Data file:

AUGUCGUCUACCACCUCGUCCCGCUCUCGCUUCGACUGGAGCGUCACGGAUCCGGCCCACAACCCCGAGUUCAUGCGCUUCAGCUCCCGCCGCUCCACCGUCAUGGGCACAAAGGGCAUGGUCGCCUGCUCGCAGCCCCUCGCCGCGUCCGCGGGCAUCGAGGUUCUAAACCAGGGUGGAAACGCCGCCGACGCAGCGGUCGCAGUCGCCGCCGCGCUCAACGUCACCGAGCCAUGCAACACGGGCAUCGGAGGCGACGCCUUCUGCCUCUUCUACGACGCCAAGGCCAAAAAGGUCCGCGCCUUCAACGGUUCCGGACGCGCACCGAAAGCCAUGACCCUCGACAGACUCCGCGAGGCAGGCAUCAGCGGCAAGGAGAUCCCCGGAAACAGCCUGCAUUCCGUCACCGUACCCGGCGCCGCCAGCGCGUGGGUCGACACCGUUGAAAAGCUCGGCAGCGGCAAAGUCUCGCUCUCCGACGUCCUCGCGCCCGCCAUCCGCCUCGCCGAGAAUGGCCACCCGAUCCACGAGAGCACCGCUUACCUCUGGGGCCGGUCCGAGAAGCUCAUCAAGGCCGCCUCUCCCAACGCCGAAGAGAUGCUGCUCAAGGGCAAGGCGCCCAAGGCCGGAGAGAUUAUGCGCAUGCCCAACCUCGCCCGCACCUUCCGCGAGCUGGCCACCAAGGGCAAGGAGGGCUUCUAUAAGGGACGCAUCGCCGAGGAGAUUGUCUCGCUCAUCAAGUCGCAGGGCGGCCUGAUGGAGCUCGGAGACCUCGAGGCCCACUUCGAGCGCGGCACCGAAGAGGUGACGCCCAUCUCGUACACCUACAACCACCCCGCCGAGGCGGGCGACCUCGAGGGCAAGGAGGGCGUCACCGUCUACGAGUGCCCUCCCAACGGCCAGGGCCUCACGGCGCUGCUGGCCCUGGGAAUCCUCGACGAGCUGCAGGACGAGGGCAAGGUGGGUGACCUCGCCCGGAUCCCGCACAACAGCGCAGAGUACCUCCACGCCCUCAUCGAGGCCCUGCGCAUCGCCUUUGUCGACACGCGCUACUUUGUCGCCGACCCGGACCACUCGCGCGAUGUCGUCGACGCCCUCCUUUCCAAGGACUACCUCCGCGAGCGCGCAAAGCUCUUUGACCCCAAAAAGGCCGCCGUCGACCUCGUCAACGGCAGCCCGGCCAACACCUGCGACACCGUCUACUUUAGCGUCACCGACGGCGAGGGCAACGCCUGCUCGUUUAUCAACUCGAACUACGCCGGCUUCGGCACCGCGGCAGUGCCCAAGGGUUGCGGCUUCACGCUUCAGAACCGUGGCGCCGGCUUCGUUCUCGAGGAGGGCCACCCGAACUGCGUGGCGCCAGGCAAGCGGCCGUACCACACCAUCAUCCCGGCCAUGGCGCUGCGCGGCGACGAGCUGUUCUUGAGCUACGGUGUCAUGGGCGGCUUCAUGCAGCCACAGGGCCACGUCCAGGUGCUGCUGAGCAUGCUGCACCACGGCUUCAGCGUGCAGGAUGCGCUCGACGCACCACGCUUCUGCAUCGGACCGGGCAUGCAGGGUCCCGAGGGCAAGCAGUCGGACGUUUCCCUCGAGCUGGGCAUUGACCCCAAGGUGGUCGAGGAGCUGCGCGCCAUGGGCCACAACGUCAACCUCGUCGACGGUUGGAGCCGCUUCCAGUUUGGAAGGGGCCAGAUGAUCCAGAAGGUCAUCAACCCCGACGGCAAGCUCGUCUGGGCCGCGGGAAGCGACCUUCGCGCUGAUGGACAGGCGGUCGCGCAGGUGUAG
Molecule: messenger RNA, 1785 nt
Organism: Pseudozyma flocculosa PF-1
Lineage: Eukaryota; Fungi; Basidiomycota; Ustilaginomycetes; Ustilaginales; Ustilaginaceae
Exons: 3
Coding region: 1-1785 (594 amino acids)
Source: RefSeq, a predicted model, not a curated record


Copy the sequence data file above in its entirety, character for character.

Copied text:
AUGUCGUCUACCACCUCGUCCCGCUCUCGCUUCGACUGGAGCGUCACGGAUCCGGCCCACAACCCCGAGUUCAUGCGCUUCAGCUCCCGCCGCUCCACCGUCAUGGGCACAAAGGGCAUGGUCGCCUGCUCGCAGCCCCUCGCCGCGUCCGCGGGCAUCGAGGUUCUAAACCAGGGUGGAAACGCCGCCGACGCAGCGGUCGCAGUCGCCGCCGCGCUCAACGUCACCGAGCCAUGCAACACGGGCAUCGGAGGCGACGCCUUCUGCCUCUUCUACGACGCCAAGGCCAAAAAGGUCCGCGCCUUCAACGGUUCCGGACGCGCACCGAAAGCCAUGACCCUCGACAGACUCCGCGAGGCAGGCAUCAGCGGCAAGGAGAUCCCCGGAAACAGCCUGCAUUCCGUCACCGUACCCGGCGCCGCCAGCGCGUGGGUCGACACCGUUGAAAAGCUCGGCAGCGGCAAAGUCUCGCUCUCCGACGUCCUCGCGCCCGCCAUCCGCCUCGCCGAGAAUGGCCACCCGAUCCACGAGAGCACCGCUUACCUCUGGGGCCGGUCCGAGAAGCUCAUCAAGGCCGCCUCUCCCAACGCCGAAGAGAUGCUGCUCAAGGGCAAGGCGCCCAAGGCCGGAGAGAUUAUGCGCAUGCCCAACCUCGCCCGCACCUUCCGCGAGCUGGCCACCAAGGGCAAGGAGGGCUUCUAUAAGGGACGCAUCGCCGAGGAGAUUGUCUCGCUCAUCAAGUCGCAGGGCGGCCUGAUGGAGCUCGGAGACCUCGAGGCCCACUUCGAGCGCGGCACCGAAGAGGUGACGCCCAUCUCGUACACCUACAACCACCCCGCCGAGGCGGGCGACCUCGAGGGCAAGGAGGGCGUCACCGUCUACGAGUGCCCUCCCAACGGCCAGGGCCUCACGGCGCUGCUGGCCCUGGGAAUCCUCGACGAGCUGCAGGACGAGGGCAAGGUGGGUGACCUCGCCCGGAUCCCGCACAACAGCGCAGAGUACCUCCACGCCCUCAUCGAGGCCCUGCGCAUCGCCUUUGUCGACACGCGCUACUUUGUCGCCGACCCGGACCACUCGCGCGAUGUCGUCGACGCCCUCCUUUCCAAGGACUACCUCCGCGAGCGCGCAAAGCUCUUUGACCCCAAAAAGGCCGCCGUCGACCUCGUCAACGGCAGCCCGGCCAACACCUGCGACACCGUCUACUUUAGCGUCACCGACGGCGAGGGCAACGCCUGCUCGUUUAUCAACUCGAACUACGCCGGCUUCGGCACCGCGGCAGUGCCCAAGGGUUGCGGCUUCACGCUUCAGAACCGUGGCGCCGGCUUCGUUCUCGAGGAGGGCCACCCGAACUGCGUGGCGCCAGGCAAGCGGCCGUACCACACCAUCAUCCCGGCCAUGGCGCUGCGCGGCGACGAGCUGUUCUUGAGCUACGGUGUCAUGGGCGGCUUCAUGCAGCCACAGGGCCACGUCCAGGUGCUGCUGAGCAUGCUGCACCACGGCUUCAGCGUGCAGGAUGCGCUCGACGCACCACGCUUCUGCAUCGGACCGGGCAUGCAGGGUCCCGAGGGCAAGCAGUCGGACGUUUCCCUCGAGCUGGGCAUUGACCCCAAGGUGGUCGAGGAGCUGCGCGCCAUGGGCCACAACGUCAACCUCGUCGACGGUUGGAGCCGCUUCCAGUUUGGAAGGGGCCAGAUGAUCCAGAAGGUCAUCAACCCCGACGGCAAGCUCGUCUGGGCCGCGGGAAGCGACCUUCGCGCUGAUGGACAGGCGGUCGCGCAGGUGUAG
Molecule: messenger RNA, 1785 nt
Organism: Pseudozyma flocculosa PF-1
Lineage: Eukaryota; Fungi; Basidiomycota; Ustilaginomycetes; Ustilaginales; Ustilaginaceae
Exons: 3
Coding region: 1-1785 (594 amino acids)
Source: RefSeq, a predicted model, not a curated record